Understanding Wireless Storage: Kingston Wi-Drive and Seagate GoFlex Satelliteby Vivek Gowri on November 21, 2011 2:30 PM EST
Seagate's Satellite iOS, Android, and Browser Apps
Seagate gives you more options than Kingston when it comes to connections—the Satellite has a webserver built in that you can connect to from any device that has a browser. Turn the Satellite on, wait for it to show up in the list of available networks, and connect. This is standard stuff, and it doesn’t matter what device you’re using.
Now if you’re trying to connect from a PC or Mac, just open up a browser window, enter any random URL, and it’ll redirect to the GoFlex Satellite webapp (url: www.goflexsatellite.com). You get a GUI with the file system, as well as filtering files by type—videos, photos, music, and documents. There’s also a "Getting Started" page that contains all the documentation and help files, as well as a settings menu. Inside the settings page, you can reboot or shutdown the device, change the SSID, enable WPA security, or reset the settings to default.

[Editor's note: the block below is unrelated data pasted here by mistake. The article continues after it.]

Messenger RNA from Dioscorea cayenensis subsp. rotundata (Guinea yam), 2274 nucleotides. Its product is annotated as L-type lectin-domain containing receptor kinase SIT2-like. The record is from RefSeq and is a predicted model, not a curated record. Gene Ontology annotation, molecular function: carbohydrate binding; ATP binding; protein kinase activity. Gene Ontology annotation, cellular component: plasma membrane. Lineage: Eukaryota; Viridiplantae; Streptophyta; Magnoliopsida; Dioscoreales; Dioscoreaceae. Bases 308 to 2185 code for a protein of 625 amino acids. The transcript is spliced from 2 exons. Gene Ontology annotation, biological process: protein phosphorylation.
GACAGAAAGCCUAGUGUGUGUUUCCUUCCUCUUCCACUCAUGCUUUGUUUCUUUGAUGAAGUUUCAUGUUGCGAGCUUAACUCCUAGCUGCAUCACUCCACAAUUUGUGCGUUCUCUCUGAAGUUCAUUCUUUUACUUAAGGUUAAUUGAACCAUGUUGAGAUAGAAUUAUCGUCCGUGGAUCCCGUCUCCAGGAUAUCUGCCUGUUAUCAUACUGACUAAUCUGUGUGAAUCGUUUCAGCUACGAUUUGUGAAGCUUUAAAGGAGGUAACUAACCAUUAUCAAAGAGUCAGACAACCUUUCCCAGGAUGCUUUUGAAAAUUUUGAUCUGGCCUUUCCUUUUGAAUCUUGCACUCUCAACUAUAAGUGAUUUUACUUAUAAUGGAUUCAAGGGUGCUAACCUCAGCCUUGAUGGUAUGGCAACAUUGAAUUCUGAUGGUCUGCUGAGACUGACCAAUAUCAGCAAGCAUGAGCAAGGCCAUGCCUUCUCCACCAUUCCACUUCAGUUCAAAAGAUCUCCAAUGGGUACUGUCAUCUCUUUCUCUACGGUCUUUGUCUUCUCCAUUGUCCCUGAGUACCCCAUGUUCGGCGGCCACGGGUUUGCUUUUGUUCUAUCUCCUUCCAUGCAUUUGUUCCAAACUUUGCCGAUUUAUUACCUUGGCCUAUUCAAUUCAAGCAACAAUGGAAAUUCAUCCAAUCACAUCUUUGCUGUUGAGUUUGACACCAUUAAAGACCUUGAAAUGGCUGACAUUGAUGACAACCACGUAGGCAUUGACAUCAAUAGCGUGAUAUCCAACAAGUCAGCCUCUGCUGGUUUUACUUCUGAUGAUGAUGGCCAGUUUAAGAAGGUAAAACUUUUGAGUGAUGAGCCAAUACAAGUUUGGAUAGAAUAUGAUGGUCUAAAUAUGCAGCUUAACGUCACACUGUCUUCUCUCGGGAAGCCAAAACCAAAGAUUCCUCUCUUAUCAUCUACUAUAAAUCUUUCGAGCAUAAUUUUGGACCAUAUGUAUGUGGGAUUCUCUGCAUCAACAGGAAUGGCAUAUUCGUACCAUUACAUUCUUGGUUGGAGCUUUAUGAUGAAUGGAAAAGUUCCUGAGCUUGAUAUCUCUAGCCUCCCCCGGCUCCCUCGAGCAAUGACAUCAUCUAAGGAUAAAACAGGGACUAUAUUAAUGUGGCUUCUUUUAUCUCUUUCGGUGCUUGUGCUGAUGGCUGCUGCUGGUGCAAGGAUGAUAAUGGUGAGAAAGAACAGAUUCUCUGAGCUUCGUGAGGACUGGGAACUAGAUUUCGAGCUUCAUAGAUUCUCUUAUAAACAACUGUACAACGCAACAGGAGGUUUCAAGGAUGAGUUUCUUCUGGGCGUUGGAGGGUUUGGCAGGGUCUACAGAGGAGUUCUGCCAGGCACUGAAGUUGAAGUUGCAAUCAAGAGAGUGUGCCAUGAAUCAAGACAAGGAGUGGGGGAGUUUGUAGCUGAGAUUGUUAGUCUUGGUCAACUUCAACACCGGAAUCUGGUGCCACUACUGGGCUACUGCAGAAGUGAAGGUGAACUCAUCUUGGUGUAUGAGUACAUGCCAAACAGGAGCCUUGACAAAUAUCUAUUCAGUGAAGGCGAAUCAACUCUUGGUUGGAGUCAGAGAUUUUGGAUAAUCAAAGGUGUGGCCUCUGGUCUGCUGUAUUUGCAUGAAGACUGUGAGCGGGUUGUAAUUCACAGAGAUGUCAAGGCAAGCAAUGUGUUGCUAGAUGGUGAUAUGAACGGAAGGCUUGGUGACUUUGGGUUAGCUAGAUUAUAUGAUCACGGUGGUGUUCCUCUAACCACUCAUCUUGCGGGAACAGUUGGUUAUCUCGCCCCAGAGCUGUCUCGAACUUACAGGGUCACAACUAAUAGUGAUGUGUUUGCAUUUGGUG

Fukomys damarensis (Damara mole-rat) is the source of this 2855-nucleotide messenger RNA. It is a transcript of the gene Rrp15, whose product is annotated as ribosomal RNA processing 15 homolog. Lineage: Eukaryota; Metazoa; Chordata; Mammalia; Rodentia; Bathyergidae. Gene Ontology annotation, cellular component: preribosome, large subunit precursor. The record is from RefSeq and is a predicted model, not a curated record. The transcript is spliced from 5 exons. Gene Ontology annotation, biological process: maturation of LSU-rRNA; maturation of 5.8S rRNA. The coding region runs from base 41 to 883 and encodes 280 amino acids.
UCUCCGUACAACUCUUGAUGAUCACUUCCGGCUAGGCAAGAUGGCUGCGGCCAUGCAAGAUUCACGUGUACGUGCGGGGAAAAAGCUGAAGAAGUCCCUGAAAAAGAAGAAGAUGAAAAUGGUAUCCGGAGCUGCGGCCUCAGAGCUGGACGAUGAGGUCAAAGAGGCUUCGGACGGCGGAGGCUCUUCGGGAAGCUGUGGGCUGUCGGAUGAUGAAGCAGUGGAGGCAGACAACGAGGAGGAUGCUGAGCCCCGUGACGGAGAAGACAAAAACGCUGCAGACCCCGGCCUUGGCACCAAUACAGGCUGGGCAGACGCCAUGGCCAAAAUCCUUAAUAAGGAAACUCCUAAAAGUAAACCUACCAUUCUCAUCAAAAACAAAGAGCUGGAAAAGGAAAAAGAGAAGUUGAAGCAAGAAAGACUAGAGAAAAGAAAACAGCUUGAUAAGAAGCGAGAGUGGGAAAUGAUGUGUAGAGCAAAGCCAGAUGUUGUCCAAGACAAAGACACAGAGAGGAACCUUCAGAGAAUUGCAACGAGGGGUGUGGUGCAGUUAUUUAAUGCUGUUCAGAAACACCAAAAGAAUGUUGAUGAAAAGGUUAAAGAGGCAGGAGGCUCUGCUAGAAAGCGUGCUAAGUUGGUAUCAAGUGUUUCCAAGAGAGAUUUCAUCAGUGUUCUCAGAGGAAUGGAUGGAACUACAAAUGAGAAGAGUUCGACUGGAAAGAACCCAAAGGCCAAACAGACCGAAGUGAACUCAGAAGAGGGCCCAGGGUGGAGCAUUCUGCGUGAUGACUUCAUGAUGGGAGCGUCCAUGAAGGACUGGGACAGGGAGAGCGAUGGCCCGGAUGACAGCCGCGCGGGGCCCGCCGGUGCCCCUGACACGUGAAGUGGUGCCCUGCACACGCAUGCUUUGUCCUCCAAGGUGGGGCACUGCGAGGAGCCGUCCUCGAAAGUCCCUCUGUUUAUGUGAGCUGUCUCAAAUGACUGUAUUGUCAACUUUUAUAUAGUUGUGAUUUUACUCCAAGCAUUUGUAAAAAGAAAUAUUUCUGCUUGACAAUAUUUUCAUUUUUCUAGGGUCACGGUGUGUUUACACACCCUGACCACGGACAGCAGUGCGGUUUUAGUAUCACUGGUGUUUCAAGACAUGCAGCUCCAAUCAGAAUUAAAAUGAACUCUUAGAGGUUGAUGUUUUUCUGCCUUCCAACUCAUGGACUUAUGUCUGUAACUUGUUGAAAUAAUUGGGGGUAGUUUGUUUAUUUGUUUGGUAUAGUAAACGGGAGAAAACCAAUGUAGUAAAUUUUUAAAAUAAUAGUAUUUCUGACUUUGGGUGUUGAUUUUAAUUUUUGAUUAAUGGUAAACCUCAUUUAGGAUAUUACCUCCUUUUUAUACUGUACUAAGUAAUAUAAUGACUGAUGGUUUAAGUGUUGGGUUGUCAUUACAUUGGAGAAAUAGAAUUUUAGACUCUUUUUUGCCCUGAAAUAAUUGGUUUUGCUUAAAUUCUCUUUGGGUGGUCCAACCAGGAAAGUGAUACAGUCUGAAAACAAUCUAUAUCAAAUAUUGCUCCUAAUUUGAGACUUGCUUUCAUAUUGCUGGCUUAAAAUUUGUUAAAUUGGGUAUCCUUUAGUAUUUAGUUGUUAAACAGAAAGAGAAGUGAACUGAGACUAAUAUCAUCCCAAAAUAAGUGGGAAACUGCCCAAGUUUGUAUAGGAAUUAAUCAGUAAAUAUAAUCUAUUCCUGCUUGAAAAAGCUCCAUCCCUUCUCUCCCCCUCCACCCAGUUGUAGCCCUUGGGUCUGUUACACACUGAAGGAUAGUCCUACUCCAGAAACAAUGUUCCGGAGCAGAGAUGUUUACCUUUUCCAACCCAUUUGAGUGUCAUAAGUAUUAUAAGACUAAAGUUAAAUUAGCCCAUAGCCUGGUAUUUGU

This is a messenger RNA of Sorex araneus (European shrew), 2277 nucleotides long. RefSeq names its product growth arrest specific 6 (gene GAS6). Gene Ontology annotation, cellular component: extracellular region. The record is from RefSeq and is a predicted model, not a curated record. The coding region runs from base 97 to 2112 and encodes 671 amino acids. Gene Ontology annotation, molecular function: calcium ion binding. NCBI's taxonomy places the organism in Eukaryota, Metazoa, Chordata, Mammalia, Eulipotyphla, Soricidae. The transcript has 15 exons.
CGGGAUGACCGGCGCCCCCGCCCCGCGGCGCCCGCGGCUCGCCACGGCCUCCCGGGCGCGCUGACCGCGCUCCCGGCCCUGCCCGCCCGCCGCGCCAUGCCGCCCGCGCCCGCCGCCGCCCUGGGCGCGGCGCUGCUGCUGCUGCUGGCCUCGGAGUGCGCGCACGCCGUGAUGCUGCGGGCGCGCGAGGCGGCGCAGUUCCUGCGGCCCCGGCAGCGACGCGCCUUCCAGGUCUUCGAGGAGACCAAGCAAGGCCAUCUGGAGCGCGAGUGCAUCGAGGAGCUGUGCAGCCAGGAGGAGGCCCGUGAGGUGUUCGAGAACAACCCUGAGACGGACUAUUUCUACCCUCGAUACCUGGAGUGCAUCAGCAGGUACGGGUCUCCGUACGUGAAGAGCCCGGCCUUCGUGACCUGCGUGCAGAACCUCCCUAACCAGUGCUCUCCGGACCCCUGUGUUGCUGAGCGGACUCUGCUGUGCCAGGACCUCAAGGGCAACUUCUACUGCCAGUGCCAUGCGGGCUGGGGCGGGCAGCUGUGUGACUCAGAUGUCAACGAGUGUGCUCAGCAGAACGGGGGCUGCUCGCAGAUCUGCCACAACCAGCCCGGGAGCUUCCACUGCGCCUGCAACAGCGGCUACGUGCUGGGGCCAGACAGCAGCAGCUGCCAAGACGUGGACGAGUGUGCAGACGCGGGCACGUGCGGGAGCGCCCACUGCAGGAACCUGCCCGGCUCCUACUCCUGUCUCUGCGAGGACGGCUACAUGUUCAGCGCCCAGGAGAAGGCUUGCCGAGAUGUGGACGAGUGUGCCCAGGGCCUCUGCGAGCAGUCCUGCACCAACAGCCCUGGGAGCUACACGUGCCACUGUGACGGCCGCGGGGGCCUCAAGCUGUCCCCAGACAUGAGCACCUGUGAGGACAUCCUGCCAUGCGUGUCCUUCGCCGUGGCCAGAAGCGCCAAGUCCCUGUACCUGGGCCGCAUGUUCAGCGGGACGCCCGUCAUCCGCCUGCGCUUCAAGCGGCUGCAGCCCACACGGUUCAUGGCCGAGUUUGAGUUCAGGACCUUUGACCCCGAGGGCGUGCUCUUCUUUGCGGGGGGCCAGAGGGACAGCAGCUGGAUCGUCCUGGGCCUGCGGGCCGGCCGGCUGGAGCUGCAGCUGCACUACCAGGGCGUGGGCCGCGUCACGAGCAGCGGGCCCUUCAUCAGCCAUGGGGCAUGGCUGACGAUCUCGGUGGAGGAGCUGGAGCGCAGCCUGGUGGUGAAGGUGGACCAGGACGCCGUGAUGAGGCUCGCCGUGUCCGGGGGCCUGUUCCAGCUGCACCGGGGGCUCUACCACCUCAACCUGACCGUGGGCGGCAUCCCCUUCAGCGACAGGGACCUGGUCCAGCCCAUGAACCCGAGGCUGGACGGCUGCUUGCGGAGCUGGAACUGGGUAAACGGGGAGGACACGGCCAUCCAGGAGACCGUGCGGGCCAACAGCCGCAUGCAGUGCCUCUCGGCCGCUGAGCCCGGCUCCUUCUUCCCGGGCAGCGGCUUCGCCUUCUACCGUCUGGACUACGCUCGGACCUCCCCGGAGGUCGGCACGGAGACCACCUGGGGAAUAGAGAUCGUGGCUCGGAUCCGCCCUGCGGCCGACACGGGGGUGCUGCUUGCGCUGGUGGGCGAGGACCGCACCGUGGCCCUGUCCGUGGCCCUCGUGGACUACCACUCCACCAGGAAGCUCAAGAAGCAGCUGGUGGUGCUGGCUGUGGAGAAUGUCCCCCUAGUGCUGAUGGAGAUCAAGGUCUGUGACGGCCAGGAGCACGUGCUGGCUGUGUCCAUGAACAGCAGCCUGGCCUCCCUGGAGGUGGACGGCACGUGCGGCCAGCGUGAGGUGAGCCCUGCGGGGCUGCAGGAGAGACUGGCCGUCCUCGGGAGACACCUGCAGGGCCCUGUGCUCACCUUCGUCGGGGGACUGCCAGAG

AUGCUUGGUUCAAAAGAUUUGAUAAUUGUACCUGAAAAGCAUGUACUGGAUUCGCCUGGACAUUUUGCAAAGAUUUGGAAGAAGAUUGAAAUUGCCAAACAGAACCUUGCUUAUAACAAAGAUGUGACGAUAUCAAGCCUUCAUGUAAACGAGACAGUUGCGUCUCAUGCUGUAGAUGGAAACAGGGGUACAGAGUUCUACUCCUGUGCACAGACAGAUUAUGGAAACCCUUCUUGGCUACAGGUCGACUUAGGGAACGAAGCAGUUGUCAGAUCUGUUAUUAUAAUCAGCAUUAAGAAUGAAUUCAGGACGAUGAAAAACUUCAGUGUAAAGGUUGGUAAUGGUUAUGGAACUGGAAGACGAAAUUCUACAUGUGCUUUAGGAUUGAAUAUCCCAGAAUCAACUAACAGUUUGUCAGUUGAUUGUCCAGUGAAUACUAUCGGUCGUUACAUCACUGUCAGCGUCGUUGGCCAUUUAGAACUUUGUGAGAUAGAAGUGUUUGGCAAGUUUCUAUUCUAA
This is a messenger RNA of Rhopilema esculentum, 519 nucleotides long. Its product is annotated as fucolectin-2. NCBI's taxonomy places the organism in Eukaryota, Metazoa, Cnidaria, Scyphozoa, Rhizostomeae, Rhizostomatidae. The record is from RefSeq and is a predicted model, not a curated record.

The iPad app is pretty similar to the webapp, except with the additional option to play back local content; the Android app looks identical to its iOS counterpart in every way. It’s nice to have a unified UI over all three platforms; it keeps the user experience consistent and overall Seagate has done a good job to make this feel like a cohesive software platform.
Unfortunately, all three options don't give you the same experience when it comes to playing back media. Photos and music are pretty much old hat, and all three platforms handle them with ease. When it comes to video playback, things start to diverge. The iOS app is by far the most seamless, playing every video the iPad supports with no problem regardless of bitrate or file size. The Honeycomb app works similarly in terms of file compatibility, but it does some weird things with the playback—the media player will sometimes forget it’s streaming from a webserver and try to download the file. That's definitely not what I had in mind. The browser player is better than I expected, but it struggles with higher bitrate HD movies and stuff encoded in x264—and by struggles, I mean they flat out refused to play, so that wasn’t useful. Overall, the in-browser webapp works pretty well as long as you make sure the files you’re trying to play are compatible first.